Then, between a poll in June 2006 and the most recent by ABC-Post in April 2009, support shot up and opposition was taking a nosedive. The latest ABC-Post poll results, released April 24, show 49 percent of those surveyed support legalizing gay marriage and 46 percent oppose.
The improvement occurred even as three more states passed anti-gay marriage laws and amendments and several state supreme courts ( Oregon, New York, Washington, and Maryland ) ruled gay couples had no rights to equal marriage licensing.
But small gains began to pile up too: Arizona, in November 2006, was the first to reject an anti-gay marriage amendment. The New Jersey Supreme Court ruled that state's constitution entitled gay couples to equal marriage benefits. Several other legislatures approved domestic partner laws—Washington and Oregon—and Connecticut, New Jersey, and New Hampshire legislatures approved civil unions.
Rocketing to new heights
Then, one year ago—on May 15, 2008—the California Supreme Court blew the issue into a whole new level, ruling that the state constitution requires equal treatment of gay couples in marriage licenses. That wasn't a novel legal determination—it echoed Massachusetts' court. But this was California, the most populous state in the nation, and what happens in California does not stay in California.
And unlike Massachusetts—which had an obscure law from 1913 on the books that enabled then Governor Mitt Romney to stop out-of-state couples from traveling there to marry—California's ruling opened up the state's Golden Gate to out-of-state gay couples seeking marriage licenses.
Within a month, thousands of gay couples were marrying in California and that continued until November, when voters narrowly approved Prop 8—to change the constitution to ban legal recognition of gay relationships of any kind, including marriage.
Lambda Legal and other civil rights litigation groups quickly mounted another court challenge, hoping to strike down Proposition 8. ( The results of that challenge—and the validity of an estimated 18,000 marriage licenses issued to gay couples in California—are expected from the California Supreme Court prior to its adjournment on June 3. )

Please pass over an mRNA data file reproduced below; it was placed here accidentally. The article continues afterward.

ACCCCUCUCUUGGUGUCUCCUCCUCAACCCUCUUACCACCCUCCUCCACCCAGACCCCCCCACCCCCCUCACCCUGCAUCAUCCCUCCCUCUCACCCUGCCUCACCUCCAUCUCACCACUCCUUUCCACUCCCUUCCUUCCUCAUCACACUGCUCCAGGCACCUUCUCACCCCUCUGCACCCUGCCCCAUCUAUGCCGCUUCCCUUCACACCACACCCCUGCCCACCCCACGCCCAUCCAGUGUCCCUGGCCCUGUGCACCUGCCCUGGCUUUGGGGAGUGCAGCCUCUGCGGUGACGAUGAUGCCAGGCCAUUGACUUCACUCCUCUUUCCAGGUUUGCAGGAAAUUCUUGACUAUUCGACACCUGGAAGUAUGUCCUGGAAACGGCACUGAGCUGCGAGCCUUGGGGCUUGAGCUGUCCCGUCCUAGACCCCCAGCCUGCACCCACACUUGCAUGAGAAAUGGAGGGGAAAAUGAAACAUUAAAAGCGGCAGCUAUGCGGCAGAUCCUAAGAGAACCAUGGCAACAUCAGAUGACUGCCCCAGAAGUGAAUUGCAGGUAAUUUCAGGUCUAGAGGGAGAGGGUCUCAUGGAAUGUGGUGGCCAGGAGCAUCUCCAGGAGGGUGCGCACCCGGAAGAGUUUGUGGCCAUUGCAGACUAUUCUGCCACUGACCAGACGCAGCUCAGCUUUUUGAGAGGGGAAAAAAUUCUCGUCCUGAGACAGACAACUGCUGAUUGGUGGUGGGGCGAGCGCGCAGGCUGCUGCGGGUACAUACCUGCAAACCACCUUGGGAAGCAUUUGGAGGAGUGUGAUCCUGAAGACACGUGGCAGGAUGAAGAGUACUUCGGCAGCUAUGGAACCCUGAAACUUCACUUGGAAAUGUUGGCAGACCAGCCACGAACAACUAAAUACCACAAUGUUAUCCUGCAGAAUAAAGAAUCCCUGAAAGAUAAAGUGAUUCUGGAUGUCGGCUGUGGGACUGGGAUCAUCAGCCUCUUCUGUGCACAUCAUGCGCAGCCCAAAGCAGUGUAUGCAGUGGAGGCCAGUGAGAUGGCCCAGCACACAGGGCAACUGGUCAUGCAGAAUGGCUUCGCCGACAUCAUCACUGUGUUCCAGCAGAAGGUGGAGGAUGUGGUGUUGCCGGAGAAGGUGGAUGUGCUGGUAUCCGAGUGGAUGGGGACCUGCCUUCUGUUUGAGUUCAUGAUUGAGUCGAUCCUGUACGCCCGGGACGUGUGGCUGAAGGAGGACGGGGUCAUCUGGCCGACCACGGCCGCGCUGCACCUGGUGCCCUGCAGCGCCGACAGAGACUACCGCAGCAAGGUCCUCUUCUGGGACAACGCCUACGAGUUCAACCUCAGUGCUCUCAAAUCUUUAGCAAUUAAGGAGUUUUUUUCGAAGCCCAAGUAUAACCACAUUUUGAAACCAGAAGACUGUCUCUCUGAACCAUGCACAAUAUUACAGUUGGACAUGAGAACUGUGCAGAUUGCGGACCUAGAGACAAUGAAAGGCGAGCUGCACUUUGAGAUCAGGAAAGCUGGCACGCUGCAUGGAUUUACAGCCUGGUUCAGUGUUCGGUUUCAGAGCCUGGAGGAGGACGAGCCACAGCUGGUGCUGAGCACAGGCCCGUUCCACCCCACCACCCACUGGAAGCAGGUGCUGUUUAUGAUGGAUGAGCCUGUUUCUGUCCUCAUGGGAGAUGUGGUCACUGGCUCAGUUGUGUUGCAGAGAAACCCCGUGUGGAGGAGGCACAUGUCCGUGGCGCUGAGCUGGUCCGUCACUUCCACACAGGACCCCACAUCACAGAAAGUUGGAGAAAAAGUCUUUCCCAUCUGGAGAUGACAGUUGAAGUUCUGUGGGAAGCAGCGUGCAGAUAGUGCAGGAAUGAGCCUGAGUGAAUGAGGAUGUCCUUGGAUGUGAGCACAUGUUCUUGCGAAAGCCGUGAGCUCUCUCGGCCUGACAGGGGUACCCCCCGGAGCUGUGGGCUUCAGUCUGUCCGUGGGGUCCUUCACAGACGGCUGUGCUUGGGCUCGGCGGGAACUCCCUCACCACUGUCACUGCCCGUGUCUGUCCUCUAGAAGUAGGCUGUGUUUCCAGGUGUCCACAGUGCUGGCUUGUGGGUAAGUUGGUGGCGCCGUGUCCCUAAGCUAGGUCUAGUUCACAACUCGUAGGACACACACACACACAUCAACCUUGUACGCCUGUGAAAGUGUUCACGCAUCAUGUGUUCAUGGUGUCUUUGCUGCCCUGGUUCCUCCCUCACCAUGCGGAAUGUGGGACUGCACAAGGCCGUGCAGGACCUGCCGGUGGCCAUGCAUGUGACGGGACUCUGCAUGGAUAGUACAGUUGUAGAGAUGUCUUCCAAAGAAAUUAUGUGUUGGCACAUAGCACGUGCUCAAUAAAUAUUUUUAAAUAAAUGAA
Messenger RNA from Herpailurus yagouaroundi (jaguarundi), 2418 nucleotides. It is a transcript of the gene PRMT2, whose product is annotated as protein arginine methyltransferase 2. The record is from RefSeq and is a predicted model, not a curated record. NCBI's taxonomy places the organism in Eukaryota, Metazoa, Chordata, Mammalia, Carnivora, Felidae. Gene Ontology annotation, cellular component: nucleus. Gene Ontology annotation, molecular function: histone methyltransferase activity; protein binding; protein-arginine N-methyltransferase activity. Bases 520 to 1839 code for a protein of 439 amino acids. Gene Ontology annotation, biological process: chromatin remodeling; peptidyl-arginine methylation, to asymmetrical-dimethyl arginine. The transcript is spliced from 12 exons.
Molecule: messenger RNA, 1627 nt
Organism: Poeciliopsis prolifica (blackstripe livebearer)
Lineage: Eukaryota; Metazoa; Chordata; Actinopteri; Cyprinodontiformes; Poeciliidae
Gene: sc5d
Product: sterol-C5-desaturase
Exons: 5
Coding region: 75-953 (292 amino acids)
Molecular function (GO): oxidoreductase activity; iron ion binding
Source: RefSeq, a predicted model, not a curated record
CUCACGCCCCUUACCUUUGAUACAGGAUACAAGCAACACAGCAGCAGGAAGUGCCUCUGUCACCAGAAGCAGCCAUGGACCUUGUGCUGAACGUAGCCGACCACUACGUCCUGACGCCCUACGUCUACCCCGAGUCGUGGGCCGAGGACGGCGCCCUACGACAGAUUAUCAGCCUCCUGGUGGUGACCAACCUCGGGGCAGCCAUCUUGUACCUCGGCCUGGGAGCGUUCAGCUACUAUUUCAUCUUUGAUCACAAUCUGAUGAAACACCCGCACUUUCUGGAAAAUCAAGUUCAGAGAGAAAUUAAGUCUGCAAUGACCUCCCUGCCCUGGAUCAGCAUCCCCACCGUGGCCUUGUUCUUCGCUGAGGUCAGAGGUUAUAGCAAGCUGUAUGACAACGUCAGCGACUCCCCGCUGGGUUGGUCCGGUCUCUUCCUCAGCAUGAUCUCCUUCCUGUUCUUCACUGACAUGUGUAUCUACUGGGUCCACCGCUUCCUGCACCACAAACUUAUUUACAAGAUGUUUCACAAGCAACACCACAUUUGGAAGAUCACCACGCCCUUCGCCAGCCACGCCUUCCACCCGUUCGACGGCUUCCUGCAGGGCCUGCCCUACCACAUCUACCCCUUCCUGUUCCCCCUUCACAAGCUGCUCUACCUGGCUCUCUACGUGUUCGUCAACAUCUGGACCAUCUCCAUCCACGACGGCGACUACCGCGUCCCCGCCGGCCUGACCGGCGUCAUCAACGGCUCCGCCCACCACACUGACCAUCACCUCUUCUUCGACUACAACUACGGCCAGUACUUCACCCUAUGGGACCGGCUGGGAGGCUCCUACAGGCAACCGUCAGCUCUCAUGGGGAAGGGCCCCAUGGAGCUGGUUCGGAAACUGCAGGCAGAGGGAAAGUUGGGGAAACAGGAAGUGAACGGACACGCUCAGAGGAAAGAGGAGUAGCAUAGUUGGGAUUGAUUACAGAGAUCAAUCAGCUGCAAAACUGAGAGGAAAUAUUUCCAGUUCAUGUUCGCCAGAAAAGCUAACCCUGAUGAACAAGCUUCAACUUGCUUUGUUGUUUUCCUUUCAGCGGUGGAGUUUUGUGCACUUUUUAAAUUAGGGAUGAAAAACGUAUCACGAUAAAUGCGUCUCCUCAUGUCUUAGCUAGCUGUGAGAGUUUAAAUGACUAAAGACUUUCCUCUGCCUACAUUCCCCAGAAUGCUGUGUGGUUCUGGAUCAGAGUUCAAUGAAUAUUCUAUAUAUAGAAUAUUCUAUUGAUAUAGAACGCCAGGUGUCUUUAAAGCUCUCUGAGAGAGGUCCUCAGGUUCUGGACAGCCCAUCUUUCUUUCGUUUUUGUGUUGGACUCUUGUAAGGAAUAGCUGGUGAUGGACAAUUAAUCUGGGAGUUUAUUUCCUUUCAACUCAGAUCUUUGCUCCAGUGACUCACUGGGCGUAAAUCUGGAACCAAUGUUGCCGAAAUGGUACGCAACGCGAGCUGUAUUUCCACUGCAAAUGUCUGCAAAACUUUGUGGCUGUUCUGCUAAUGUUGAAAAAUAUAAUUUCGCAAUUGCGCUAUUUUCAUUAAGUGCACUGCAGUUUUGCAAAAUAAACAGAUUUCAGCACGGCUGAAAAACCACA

And then, in October 2008, the Connecticut Supreme Court issued a similar ruling about that state's constitution and gay couples from all over the country could now travel there to marry. Things were rolling again. The Iowa Supreme Court began deliberating a Lambda Legal lawsuit testing its constitution. Democratic gains in state legislatures during the Democratic political sweep of November 2006 were providing friendlier reception for bills seeking equal marriage rights. The Vermont legislature passed its same-sex marriage bill and, last month, overrode a veto from its Republican governor. Maine this month passed a same-sex marriage bill and its Democratic Governor, John Baldacci immediately signed it. Both states will begin issuing marriage licenses to gay couples in September ( though the threat of a referendum on Maine's law may delay or undo its enactment. )
The New Hampshire legislature cleared a same-sex marriage bill there this month and is awaiting action any day now from its Democratic governor.
Kate Kendell, executive director of the National Center for Lesbian Rights and a key leader in the campaign to oppose Prop 8 in California, wrote in her blog that the recent spate of pro-gay marriage victories has rendered "a profound sea change in public opinion, including my own view of what the next month will bring here in California."
Kendell said that she now believes the California Supreme Court will "do the right thing" and uphold the state constitution's guarantee of equal protection."
"This is not a sea change," said David McCuan, a political science professor at Sonoma State University in California, in an interview with ABC News. "This is a tide that is slowly rising in favor of gay marriage."
"We're at an auspicious moment nationally," said Jenny Pizer, Marriage Project Director of Lambda Legal. "It's been only five years since the first marriages in Massachusetts and … it's the one-year anniversary of the California Supreme Court ruling" in favor of gay marriage. "We're on the edge of our seats," awaiting the court's ruling on the Proposition 8 challenge. But, she added, "we have to do the person-to-person work" of educating people about the importance of equal rights for gays, "regardless of what happens in the courts and the legislative bodies."
"That," she said, "is on all of our shoulders."
©2009 Keen News Service